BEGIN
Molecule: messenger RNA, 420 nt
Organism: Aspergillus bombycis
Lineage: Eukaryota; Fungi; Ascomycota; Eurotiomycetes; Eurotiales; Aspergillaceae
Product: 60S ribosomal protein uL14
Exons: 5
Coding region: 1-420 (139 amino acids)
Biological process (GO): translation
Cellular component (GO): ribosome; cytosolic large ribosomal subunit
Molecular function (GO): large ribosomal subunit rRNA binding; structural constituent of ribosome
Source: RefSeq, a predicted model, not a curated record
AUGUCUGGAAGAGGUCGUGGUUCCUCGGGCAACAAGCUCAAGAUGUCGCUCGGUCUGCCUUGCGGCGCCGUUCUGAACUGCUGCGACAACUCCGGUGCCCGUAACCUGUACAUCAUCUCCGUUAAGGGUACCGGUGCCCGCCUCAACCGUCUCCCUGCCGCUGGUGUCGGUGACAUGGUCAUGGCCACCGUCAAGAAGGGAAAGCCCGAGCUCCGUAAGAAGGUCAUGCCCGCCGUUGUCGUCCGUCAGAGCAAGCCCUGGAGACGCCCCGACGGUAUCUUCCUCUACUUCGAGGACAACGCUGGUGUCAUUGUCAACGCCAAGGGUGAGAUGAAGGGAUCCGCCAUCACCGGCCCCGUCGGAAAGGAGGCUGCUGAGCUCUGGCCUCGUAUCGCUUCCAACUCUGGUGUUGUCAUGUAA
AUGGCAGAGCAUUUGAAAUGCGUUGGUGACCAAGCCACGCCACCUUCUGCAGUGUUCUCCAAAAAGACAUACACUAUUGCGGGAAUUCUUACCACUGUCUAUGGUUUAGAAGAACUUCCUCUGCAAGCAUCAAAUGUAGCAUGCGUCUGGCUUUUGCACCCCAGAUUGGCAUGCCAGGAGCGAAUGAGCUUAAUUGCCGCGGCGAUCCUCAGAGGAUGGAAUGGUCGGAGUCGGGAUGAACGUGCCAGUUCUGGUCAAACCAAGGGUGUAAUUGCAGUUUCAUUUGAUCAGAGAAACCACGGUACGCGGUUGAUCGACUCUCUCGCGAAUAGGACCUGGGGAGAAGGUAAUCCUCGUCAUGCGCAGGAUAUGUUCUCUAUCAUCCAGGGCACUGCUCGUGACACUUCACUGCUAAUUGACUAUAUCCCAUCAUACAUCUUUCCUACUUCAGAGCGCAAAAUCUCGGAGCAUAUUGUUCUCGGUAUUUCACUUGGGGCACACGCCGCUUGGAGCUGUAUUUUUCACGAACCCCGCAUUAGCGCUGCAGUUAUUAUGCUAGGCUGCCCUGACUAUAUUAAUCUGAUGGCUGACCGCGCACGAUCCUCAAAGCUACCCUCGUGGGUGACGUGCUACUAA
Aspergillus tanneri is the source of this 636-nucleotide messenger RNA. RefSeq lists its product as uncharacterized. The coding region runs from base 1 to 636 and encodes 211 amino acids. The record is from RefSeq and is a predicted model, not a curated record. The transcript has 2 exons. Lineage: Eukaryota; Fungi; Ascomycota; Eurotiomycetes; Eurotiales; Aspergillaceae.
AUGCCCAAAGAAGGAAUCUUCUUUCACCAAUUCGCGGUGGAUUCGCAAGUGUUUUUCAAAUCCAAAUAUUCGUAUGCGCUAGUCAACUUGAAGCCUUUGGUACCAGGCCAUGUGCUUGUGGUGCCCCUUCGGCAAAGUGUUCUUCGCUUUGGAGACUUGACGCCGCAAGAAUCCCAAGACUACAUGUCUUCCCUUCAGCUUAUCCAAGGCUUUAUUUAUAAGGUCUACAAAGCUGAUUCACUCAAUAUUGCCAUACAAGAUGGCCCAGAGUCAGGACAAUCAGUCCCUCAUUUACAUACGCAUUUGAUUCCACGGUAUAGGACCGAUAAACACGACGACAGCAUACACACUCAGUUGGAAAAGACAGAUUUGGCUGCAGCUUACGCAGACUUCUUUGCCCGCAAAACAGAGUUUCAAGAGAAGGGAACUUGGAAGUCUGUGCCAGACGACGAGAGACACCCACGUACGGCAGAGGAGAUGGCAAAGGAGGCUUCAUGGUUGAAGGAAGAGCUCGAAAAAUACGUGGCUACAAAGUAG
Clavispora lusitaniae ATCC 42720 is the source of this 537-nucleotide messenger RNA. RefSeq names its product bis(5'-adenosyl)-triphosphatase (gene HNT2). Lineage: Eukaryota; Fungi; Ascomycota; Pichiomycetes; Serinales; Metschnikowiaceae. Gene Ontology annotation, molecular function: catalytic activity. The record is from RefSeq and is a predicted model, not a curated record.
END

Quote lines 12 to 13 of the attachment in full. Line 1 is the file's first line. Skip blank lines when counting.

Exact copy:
AUGGCAGAGCAUUUGAAAUGCGUUGGUGACCAAGCCACGCCACCUUCUGCAGUGUUCUCCAAAAAGACAUACACUAUUGCGGGAAUUCUUACCACUGUCUAUGGUUUAGAAGAACUUCCUCUGCAAGCAUCAAAUGUAGCAUGCGUCUGGCUUUUGCACCCCAGAUUGGCAUGCCAGGAGCGAAUGAGCUUAAUUGCCGCGGCGAUCCUCAGAGGAUGGAAUGGUCGGAGUCGGGAUGAACGUGCCAGUUCUGGUCAAACCAAGGGUGUAAUUGCAGUUUCAUUUGAUCAGAGAAACCACGGUACGCGGUUGAUCGACUCUCUCGCGAAUAGGACCUGGGGAGAAGGUAAUCCUCGUCAUGCGCAGGAUAUGUUCUCUAUCAUCCAGGGCACUGCUCGUGACACUUCACUGCUAAUUGACUAUAUCCCAUCAUACAUCUUUCCUACUUCAGAGCGCAAAAUCUCGGAGCAUAUUGUUCUCGGUAUUUCACUUGGGGCACACGCCGCUUGGAGCUGUAUUUUUCACGAACCCCGCAUUAGCGCUGCAGUUAUUAUGCUAGGCUGCCCUGACUAUAUUAAUCUGAUGGCUGACCGCGCACGAUCCUCAAAGCUACCCUCGUGGGUGACGUGCUACUAA
Aspergillus tanneri is the source of this 636-nucleotide messenger RNA. RefSeq lists its product as uncharacterized. The coding region runs from base 1 to 636 and encodes 211 amino acids. The record is from RefSeq and is a predicted model, not a curated record. The transcript has 2 exons. Lineage: Eukaryota; Fungi; Ascomycota; Eurotiomycetes; Eurotiales; Aspergillaceae.